About the Book of Honor:
The War of the Worlds by H.G. Wells
Why The War of the Worlds?
Because 1998 is the centenary of the publication of this extraordinarily influential SF novel, and centenaries are fun;
Because it's still being read today (some ten editions in print!), and still influencing the field, in everything from the Global Dispatches spinoffs through Mars Attacks and more;
Because it lends itself to discussion from a variety of viewpoints: the sociological (why did the species automatically fight?), the real-world scientific (how is Pathfinder changing our views of Mars yet again?), the hard SFnal (was the ending an early example of biological warfare?), the state of the field (why are so many big novels and award-winners about Mars?), and of course, the political (what and who is not in this book?)
Take a look at the program notes on the Book of Honor panel that we held.
The War of the Worlds Reading List
compiled by David Bratman,
with help from Art Widner and Brad Lyau
Editions of The War of the Worlds
Many editions of the book are in print, including inexpensive paperbacks from Tor, Signet, and others. Editions with something extra include:
The Time Machine and The War of the Worlds: A Critical Edition, edited by Frank D. McConnell. Oxford University Press, 1977. Includes essays on background and criticism, including two by Wells, and others on "The Spirit of Wells".
A Critical Edition of The War of the Worlds, edited by David Y. Hughes and Harry M. Geduld. Indiana University Press, 1993. Includes maps, vast annotations, several essays by Wells and much information on media adaptations. A cut-down version of this text, without the essays and annotations, but with a new introduction by Brian Aldiss, came out from Oxford University Press in paperback in 1995.
The War of the Worlds has been put into electronic form by the Gutenberg Project. Numerous copies are available online. Here are links to a
plain text file and an HTML file.
A page of links to Web, hypercard, and downloadable (ftp, gopher, etc.) texts is also available.
Critical material on H.G. Wells
There are many biographical and critical studies of Wells. Some of the most useful for a reader of The War of the Worlds are:
Bergonzi, Bernard. The Early H.G. Wells. University of Toronto Press, 1961. A basic study of the "scientific romances," useful but with a tendency to grand theorizing.
Huntington, John. The Logic of Fantasy: H.G. Wells and Science Fiction. Columbia University Press, 1982.
Koch, Howard. The Panic Broadcast. Avon, 1970. The complete script of the Orson Welles/Mercury Theatre dramatization, with newspaper reports on the panic.
McConnell, Frank D. The Science Fiction of H.G. Wells. Oxford University Press, 1981.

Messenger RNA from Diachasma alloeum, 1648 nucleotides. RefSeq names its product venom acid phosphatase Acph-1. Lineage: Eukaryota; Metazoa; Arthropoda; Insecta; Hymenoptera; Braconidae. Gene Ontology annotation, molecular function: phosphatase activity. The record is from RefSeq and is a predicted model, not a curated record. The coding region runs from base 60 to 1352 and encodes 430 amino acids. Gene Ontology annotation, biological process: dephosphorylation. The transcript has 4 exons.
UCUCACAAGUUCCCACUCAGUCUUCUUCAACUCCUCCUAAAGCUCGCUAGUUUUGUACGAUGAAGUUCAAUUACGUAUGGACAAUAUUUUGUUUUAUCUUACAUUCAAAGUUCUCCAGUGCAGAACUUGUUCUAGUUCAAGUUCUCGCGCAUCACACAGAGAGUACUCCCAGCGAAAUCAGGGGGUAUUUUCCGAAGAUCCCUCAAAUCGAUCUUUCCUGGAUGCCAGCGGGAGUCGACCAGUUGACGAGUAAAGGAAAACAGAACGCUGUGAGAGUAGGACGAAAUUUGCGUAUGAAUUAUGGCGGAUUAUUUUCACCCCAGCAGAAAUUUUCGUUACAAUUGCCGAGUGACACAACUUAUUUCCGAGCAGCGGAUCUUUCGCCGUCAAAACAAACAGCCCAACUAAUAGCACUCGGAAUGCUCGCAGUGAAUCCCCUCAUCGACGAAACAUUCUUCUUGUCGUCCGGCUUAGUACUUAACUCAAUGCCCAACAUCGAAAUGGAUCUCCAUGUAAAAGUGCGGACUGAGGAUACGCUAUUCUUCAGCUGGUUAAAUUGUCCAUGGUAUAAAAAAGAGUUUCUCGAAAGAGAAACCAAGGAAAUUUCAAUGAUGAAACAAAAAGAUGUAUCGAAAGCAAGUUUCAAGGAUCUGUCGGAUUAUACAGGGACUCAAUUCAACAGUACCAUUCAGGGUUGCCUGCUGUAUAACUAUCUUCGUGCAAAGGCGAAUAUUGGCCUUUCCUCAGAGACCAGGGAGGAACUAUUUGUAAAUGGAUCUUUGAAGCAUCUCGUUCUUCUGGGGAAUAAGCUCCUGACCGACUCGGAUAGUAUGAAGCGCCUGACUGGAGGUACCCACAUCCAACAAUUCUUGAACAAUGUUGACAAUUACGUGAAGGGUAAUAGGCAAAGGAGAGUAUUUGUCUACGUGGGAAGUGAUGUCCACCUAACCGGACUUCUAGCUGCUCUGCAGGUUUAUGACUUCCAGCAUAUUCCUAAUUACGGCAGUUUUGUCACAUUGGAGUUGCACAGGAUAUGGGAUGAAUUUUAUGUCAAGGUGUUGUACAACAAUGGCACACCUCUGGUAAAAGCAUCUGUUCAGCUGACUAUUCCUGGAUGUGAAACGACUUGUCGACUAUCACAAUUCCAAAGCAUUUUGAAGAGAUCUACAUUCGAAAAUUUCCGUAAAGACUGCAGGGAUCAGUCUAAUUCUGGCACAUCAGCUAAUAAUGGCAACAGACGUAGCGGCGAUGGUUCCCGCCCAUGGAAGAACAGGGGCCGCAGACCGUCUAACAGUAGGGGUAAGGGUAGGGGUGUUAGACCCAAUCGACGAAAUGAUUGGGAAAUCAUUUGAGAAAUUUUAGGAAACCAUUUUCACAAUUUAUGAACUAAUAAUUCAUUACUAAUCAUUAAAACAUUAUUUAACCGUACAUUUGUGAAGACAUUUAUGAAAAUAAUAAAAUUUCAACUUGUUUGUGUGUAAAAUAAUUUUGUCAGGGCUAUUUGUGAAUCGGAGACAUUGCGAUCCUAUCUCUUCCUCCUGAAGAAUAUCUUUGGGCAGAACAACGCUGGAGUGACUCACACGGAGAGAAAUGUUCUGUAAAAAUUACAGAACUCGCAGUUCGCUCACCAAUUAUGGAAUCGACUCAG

Scheick, William J., and Cox, J. Randolph. H.G. Wells: A Reference Guide.
G.K. Hall, 1988. An extensive bibliography of secondary materials, with a brief complete list of Wells' books.
Smith, David C. H.G. Wells: Desperately Mortal. Yale University Press, 1986. A great biography.
Wagar, W. Warren. H.G. Wells and the World State. Yale University Press, 1961. One of the first American academic treatments of Wells. Wagar also wrote a few SF stories, and is noted for his studies of fictional future societies.
Williamson, Jack. H.G. Wells: Critic of Progress. Mirage Press, 1973. This is essentially Williamson's Ph.D. thesis. A valuable perspective from a fellow SF writer.
The World Wide Web can't yet match printed books in depth, though it can in sheer numbers. The most interesting relevant sites I've found are:
The Complete War of the Worlds. Discusses the original and many adaptations, and posits a conspiracy theory of real-life alien invasions. Good links.
Brians, Paul. Study Guide for H.G. Wells: The War of the Worlds (1898). Short chapter-by-chapter commentary by a Washington State University professor.
The War of the Worlds: Home Page. Many newspaper clippings on the centenary celebrations in Woking.
Wayne, Jeff. Jeff Wayne's Musical Version of The War of the Worlds. Publicity site for the 1978 musical, now available on CD.
Handlist of H.G. Wells' Science Fiction
Includes his "scientific romances" and utopias at book-length. His short stories (not listed) are available in various collections. For that matter, many of the novels may be found in omnibus editions.
The Time Machine (1895)
The Island of Dr. Moreau (1896)
The Invisible Man (1897)
The War of the Worlds (1898)
When the Sleeper Wakes (1899)
A Story of the Days to Come (1899 - novella)
The First Men in the Moon (1900)
The Food of the Gods (1904)
A Modern Utopia (1905)
In the Days of the Comet (1906)
The War in the Air (1908)
The World Set Free (1914)
Men Like Gods (1923)
The Shape of Things To Come (1933)